In August 2016, 50/50, an alternative Kansas City art venue that operates out of two shipping containers and leases a billboard for their rotating exhibition program, invited the artist Dread Scott to create a work for their ‘Black Lives Matter’ exhibition. Scott proposed a design for the billboard that included a list of names of those killed in recent police violence juxtaposed with a photograph of a flag he produced in 2015 that bears the words "A Man Was Lynched By Police Yesterday" (a reference to a protest flag hung outside the New York headquarters of the NAACP in 1938).
But Outfront Media, the mega-corporation that owns and leases the billboard to 50/50, rejected Scott's proposal on the grounds that it violated their policy against “negative advertising” and their requirement that ads be "non-confrontational toward any group or individual to maintain relationships throughout the community.”
Successfully reversing the rejection required some negotiation and modification – but no compromise with the artist's vision. Scott devised a slightly modified design proposal, which successfully conveyed his initial message. NCAC also wrote a private letter to the corporation explaining the value of such a project to the Kansas City community. It pressed Outfront to consider the potential negative publicity they would incur from censoring such an important artwork from the public sphere. Finally, to facilitate the process, 50/50 brought in a local lawyer. As a result of our joint efforts, Outfront Media accepted the new proposal and the project went forward.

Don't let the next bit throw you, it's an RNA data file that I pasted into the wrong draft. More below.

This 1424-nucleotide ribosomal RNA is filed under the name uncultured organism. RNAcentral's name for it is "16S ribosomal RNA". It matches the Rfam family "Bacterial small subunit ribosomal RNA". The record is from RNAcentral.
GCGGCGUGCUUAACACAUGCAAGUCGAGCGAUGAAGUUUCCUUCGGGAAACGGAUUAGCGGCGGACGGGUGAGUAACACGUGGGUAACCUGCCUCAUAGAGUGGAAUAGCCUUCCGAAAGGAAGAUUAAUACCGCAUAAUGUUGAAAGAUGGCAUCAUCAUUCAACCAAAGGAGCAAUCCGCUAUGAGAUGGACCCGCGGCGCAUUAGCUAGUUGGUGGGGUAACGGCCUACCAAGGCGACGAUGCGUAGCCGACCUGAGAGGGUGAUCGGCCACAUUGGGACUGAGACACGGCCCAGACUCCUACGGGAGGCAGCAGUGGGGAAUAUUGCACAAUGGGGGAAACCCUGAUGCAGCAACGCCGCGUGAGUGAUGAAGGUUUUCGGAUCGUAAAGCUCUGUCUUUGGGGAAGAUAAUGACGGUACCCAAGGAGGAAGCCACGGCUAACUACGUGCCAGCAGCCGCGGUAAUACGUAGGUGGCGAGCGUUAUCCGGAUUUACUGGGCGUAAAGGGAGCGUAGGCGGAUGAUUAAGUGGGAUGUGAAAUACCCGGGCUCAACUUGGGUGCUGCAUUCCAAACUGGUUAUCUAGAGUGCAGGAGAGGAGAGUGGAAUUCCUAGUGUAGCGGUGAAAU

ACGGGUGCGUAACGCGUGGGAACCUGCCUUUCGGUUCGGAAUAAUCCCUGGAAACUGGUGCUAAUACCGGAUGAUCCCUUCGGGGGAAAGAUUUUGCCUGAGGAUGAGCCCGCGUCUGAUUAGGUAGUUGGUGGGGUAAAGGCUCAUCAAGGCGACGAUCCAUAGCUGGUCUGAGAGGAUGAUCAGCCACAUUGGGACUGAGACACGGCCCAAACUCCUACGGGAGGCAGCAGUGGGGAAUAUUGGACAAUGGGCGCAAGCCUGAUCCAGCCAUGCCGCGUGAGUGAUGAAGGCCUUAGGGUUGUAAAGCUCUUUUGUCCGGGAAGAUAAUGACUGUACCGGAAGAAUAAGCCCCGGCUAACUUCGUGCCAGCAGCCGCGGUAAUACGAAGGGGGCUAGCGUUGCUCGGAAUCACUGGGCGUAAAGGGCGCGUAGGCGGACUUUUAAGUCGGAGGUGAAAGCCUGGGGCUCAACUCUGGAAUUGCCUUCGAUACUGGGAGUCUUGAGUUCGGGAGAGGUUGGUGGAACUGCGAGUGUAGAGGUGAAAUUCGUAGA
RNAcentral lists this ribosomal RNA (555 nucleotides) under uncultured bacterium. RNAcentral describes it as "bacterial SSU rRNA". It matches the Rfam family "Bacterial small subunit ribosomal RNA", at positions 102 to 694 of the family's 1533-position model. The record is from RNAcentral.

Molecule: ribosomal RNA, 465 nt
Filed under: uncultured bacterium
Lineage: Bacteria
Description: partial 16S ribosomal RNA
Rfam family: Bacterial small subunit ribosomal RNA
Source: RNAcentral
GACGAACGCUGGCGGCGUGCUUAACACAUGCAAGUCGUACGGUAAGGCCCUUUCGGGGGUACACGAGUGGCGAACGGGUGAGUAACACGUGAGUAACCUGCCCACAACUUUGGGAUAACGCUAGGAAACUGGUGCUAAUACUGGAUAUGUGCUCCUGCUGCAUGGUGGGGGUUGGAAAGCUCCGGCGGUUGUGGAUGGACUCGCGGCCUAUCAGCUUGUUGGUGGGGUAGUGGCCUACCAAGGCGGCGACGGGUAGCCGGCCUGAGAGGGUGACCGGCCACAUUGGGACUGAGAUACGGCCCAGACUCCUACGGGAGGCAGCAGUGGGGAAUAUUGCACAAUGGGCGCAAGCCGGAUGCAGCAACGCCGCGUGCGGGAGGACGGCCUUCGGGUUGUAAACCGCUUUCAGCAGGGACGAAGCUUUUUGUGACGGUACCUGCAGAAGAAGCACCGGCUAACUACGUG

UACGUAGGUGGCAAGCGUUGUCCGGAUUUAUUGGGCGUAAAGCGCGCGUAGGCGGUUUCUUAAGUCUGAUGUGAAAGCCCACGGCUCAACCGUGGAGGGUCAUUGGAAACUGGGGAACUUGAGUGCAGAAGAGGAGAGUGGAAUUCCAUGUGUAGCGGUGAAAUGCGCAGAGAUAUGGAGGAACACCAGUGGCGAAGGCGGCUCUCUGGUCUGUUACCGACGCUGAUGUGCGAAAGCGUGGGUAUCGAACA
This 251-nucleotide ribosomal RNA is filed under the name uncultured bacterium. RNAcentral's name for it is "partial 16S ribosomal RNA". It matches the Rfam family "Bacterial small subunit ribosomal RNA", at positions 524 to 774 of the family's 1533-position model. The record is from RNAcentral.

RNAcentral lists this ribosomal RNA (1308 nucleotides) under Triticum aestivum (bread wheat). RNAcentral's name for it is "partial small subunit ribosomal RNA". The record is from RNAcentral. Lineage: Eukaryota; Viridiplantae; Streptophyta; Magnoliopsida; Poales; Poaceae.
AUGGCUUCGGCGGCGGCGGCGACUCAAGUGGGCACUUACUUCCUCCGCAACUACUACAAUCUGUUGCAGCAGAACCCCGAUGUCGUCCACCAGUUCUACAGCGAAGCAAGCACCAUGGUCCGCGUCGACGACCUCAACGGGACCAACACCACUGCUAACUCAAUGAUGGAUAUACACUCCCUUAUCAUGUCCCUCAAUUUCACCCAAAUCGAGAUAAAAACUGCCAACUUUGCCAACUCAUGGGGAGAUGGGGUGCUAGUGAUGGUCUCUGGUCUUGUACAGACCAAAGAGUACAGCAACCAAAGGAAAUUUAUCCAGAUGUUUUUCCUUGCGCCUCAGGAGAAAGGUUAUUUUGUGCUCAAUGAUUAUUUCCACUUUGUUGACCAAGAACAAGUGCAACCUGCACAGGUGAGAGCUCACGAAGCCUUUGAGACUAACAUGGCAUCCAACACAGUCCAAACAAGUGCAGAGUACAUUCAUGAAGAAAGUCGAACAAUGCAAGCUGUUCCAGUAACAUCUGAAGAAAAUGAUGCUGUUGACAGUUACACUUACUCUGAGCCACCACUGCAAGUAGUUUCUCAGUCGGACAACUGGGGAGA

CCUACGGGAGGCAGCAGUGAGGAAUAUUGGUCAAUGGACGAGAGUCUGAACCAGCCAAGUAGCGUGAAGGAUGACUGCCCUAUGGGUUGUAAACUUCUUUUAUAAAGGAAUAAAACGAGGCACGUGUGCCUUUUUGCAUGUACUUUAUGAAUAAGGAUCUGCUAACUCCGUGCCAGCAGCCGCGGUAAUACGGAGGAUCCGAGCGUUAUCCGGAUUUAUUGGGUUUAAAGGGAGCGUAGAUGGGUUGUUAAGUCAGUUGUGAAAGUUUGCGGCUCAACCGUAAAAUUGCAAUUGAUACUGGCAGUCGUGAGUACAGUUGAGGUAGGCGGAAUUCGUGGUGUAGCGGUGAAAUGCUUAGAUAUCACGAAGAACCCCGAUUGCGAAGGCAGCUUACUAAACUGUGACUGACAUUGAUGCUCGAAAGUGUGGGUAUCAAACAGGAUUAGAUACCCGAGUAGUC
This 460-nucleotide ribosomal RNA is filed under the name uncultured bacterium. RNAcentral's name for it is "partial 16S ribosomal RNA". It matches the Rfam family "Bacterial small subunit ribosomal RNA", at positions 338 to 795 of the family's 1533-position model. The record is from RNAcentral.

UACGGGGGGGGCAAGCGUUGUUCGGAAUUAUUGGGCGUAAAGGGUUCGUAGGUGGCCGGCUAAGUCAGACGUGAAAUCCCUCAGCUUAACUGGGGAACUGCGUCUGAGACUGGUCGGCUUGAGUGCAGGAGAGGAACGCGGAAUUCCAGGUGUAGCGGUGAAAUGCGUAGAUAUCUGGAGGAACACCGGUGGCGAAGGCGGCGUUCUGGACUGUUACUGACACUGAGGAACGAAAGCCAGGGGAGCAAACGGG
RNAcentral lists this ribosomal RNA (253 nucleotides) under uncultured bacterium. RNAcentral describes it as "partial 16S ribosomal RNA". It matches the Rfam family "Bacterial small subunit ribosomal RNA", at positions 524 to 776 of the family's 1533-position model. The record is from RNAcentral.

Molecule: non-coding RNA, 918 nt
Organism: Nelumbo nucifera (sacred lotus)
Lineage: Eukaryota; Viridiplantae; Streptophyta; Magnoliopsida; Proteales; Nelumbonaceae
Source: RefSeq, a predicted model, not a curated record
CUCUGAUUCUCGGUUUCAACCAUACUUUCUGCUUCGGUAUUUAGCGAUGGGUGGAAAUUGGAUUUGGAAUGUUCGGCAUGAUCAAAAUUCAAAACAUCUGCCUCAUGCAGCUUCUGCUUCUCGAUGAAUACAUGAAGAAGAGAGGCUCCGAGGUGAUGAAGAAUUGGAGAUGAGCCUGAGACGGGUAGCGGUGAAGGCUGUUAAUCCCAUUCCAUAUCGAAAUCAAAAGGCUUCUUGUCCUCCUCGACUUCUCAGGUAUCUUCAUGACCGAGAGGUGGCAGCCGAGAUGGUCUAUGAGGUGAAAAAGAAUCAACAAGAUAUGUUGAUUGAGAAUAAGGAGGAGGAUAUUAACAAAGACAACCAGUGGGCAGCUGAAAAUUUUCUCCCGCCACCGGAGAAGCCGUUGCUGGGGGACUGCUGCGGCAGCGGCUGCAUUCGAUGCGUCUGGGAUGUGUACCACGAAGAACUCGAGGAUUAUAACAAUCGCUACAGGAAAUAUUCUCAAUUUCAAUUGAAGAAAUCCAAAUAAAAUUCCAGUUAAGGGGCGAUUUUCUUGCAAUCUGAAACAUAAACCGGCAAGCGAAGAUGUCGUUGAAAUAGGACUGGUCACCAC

50/50’s approach serves as a model for all small alternative art organizations that face similar hurdles. Private corporations like Outfront control much of what can be seen in public spaces across the country. And while they have the legal right to set conditions on their rentals, artists and small alternative art venues such as 50/50 need to push back against their total control of public space. Failing to so runs the risk of our public sphere becoming nothing more than a giant space for commercial advertizing, at the expense of so many other vibrant and vital forms of communication and creative expression.